Ein Loewe liegt auf einem Baum und schaut in die Ferne

Queen Elizabeth National Park

Dana Leidel
Written by: Dana Leidel Last updated at: February 19, 2024

Queen Elizabeth National Park

Founded in 1952, Queen Elizabeth National Park is one of the most famous and oldest national parks in Uganda. It was named after a visit by Queen Elizabeth in 1954 and covers an area of 1978 km² in the west of the country. With its diverse landscape, the park offers some natural highlights and is well suited for wildlife viewing.

Starting with the very large animals, the park is now home to an estimated 3000 elephants again, after the number had dropped to about 200 in the 1980s. Nevertheless, the animal population is still threatened. On the one hand by poachers and on the other hand by herdsmen who come to the park with their large herds of cattle. Besides elephants, the park is home to Cape buffalo, Defassa waterbuck, bushbuck, Bohor reedbuck and the rare Sitatunga antelope. Warthogs and the brush-eared pig also occur. Very rarely tree lions and leopards are also sighted.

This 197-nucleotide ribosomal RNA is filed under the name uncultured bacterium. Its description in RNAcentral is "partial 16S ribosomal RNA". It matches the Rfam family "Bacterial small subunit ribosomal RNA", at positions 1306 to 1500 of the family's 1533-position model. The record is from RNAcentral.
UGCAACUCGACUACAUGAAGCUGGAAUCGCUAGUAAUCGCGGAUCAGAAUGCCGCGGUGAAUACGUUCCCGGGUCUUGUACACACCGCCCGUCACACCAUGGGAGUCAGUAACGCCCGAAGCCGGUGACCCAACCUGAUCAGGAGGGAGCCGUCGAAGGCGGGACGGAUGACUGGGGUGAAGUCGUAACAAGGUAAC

The park's diverse landscape includes open savannah and scrubland, as well as swamps, rivers, lakes and even tropical wet forests. Between Lake Edward in the west and Lake George in the east runs the Kazinga Channel, which is about 40 km long. River cruises along the canal are a great way to observe the diverse wildlife that has settled along the edge of the river. At the lower end of the canal live mainly buffalos and elephants, while predators such as lions tend to live at the upper end of the canal.

Two other hihglight of the park are Lake Edward and Kyambura Gorge, also called the "Valley of Apes" because chimpanzees live there. It is located on the northern edge of Queen Elizabeth National Park.

The best time to visit the park is from June to September or December to March, as it is dry and all places are easily accessible by car.